Slumping High Street sales and halting progress in cutting the deficit dampened hopes of green shoots for the British economy today.
The gloom came as the International Monetary Fund warned Chancellor George Osborne that the UK was “still a long way from a strong and sustainable recovery”, sending the pound tumbling against the dollar.
Retail sales suffered their biggest monthly fall for a year in April, slipping 1.3% as cold weather hit sales of barbecue food and garden furniture, the Office for National Statistics said.
Although the sales were also affected by the timing of Easter, shoppers remain under pressure from wages trailing the cost of living.
HSBC’s chief UK economist, Simon Wells, said: “It seems that every time an upward trend in sales volumes seems to emerge, it is quickly snuffed out. While disappointing, today’s data are a reminder that despite some positive output indicators, the ongoing squeeze on incomes means there is a limit to how quickly growth can pick up.”
Despite a better than expected fall in the deficit to £6.3 billion, April’s figures showed much less of an improvement when a myriad of one-offs are stripped out.
These include the transfer of Royal Mail pension scheme assets and profits from a Bank of England support scheme last year, as well as £3.9 billion in proceeds from the Bank’s quantitative easing efforts this year — all of which flatter the public finances.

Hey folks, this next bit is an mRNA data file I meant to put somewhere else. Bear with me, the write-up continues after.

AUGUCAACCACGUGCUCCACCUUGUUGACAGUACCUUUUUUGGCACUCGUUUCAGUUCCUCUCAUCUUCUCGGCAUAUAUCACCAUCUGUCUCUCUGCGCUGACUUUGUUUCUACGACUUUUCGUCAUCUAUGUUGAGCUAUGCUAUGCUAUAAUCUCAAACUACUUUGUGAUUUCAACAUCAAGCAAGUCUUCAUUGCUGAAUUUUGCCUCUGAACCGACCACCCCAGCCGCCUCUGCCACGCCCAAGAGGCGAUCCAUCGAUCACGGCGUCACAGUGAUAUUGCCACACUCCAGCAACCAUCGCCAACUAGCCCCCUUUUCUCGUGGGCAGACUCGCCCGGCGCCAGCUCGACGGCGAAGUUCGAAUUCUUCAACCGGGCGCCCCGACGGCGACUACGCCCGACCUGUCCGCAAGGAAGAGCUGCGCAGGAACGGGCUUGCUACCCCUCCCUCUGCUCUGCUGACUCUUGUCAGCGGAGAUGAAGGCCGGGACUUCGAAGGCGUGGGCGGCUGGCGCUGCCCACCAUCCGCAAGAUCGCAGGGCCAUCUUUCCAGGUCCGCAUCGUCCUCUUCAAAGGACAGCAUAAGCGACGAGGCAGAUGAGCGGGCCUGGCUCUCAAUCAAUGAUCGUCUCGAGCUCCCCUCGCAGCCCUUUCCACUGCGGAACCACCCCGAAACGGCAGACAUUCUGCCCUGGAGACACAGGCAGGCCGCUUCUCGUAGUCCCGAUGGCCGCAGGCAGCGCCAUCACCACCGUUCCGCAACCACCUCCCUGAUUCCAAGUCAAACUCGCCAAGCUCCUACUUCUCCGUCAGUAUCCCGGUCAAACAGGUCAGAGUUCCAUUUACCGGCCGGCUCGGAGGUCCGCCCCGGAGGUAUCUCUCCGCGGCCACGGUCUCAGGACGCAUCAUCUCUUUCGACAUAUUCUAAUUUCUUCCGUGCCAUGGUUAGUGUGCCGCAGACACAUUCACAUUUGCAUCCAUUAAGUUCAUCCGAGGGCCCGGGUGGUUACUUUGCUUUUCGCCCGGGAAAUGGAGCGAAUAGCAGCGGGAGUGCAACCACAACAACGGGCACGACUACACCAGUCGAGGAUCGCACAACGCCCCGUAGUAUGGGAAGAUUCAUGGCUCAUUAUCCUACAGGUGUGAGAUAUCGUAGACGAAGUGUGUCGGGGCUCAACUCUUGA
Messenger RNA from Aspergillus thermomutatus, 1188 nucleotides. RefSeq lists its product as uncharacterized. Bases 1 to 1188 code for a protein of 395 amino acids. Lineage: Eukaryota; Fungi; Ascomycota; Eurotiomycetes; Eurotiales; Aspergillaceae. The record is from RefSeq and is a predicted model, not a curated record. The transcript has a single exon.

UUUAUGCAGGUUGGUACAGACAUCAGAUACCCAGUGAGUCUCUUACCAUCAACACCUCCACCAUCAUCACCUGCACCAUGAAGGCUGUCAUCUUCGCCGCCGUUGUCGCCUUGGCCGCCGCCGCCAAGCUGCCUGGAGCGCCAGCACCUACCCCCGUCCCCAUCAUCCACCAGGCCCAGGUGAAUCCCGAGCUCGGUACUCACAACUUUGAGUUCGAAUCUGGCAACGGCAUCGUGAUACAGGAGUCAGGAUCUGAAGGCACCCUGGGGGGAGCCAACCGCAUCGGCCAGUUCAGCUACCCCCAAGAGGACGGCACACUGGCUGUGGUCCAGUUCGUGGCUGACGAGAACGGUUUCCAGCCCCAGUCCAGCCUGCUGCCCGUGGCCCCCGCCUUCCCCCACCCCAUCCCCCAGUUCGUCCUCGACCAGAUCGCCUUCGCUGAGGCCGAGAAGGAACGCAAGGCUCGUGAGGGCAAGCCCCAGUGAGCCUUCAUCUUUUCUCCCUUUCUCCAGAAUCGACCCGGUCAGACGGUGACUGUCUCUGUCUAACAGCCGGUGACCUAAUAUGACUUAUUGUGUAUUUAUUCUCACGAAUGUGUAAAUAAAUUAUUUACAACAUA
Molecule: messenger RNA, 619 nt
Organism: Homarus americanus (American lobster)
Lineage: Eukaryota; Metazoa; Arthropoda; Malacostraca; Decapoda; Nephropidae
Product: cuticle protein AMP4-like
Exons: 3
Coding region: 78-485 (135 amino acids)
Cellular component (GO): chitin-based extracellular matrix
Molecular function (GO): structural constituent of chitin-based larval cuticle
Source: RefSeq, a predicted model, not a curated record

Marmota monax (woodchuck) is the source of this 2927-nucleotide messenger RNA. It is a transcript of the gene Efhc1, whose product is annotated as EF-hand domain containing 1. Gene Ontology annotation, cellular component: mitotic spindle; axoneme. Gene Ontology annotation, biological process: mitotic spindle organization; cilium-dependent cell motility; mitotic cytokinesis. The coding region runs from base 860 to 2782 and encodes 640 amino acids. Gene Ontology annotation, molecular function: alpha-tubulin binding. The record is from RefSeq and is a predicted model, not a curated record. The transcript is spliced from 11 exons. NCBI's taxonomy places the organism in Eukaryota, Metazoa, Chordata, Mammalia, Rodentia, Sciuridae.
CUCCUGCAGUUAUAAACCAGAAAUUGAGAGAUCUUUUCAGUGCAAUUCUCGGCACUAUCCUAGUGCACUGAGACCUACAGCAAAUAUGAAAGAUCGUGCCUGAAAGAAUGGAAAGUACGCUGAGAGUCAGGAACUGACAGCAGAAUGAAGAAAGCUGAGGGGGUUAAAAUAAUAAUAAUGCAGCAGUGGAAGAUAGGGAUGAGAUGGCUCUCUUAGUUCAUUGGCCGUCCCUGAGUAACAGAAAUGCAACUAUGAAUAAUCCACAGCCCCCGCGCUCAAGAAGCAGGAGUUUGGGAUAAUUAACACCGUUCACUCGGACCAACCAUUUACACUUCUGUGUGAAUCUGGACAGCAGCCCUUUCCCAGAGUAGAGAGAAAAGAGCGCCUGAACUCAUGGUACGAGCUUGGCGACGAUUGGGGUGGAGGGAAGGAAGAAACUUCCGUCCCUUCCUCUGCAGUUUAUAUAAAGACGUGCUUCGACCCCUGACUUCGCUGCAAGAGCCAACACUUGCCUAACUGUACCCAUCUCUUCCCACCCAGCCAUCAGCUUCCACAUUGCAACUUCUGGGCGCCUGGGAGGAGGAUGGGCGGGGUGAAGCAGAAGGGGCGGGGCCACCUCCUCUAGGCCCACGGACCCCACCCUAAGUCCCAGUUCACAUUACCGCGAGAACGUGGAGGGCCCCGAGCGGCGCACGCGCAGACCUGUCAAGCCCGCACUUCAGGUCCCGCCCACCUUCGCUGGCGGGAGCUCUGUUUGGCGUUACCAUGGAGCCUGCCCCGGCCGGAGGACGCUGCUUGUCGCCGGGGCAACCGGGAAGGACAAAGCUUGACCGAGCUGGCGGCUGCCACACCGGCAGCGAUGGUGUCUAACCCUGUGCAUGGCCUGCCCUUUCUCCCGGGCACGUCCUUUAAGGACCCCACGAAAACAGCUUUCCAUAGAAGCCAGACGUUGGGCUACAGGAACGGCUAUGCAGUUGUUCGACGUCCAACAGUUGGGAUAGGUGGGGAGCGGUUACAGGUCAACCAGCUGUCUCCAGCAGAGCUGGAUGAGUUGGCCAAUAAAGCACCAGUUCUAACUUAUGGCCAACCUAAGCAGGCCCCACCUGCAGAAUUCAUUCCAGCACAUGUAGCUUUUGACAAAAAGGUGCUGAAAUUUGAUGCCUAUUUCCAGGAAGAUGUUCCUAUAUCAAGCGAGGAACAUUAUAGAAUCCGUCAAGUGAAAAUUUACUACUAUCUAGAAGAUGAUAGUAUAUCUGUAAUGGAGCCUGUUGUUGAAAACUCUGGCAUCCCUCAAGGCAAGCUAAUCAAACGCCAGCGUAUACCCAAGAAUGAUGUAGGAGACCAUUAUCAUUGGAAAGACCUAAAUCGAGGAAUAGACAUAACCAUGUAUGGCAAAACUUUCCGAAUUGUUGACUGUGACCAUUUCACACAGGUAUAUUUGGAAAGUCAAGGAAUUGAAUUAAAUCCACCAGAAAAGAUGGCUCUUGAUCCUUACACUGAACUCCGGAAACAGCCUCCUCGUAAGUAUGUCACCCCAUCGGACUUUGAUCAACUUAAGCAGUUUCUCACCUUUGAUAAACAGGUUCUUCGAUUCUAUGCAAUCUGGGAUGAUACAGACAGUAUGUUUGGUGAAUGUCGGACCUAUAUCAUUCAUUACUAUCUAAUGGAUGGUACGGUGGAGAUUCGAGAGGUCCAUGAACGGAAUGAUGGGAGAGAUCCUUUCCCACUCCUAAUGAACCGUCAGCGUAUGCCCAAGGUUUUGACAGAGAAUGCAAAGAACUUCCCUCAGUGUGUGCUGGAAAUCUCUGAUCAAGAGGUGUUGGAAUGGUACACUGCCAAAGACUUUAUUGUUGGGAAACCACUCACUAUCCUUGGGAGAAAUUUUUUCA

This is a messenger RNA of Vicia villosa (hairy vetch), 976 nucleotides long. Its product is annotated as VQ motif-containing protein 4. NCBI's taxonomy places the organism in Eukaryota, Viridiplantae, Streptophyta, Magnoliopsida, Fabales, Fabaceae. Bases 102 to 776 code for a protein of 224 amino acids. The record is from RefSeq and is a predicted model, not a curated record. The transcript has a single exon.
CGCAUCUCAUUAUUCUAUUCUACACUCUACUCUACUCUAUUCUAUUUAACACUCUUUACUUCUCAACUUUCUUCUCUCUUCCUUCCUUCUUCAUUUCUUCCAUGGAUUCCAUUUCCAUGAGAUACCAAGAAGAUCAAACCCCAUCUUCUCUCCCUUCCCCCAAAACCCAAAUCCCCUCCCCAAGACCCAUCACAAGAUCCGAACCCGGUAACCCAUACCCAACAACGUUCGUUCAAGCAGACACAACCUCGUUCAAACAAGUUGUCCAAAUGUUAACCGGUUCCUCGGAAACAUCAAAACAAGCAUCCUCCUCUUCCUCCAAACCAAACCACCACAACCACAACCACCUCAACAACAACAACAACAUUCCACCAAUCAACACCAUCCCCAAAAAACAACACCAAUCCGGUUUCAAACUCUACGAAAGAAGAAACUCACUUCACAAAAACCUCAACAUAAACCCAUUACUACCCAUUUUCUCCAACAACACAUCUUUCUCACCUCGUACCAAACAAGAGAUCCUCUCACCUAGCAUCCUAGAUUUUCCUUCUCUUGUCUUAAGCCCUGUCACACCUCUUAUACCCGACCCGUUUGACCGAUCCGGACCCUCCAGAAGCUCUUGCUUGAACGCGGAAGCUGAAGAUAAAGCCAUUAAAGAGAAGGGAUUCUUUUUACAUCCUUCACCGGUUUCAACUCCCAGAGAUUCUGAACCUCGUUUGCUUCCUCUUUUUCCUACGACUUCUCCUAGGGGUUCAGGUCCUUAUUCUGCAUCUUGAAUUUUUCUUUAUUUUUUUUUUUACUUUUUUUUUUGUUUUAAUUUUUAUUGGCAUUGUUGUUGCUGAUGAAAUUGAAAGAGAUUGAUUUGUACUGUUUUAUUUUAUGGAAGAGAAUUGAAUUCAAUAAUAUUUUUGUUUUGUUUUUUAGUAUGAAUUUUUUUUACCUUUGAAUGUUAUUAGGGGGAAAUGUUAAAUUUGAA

Discounting these the underlying deficit was just £1 billion lower than last year at £10.2 billon.
RBS economist Ross Walker said: “The UK’s deficit-reduction process has stalled once the various one-off transfers and favourable accounting adjustments are stripped out.”
The CBI’s latest manufacturing figures added to the poor news with growth flat in the three months to May, disappointing hopes for a stronger recovery. Capital Economics’ Samuel Tombs said: “It remains hard to see how the export-reliant manufacturing sector can look forward to a sustained period of recovery.”
Minutes of the Bank of England’s latest meeting meanwhile showed Governor Sir Mervyn King maintaining his call for an extra £25 billion boost to the economy in tandem with two other members, although he was outvoted by the wider committee.
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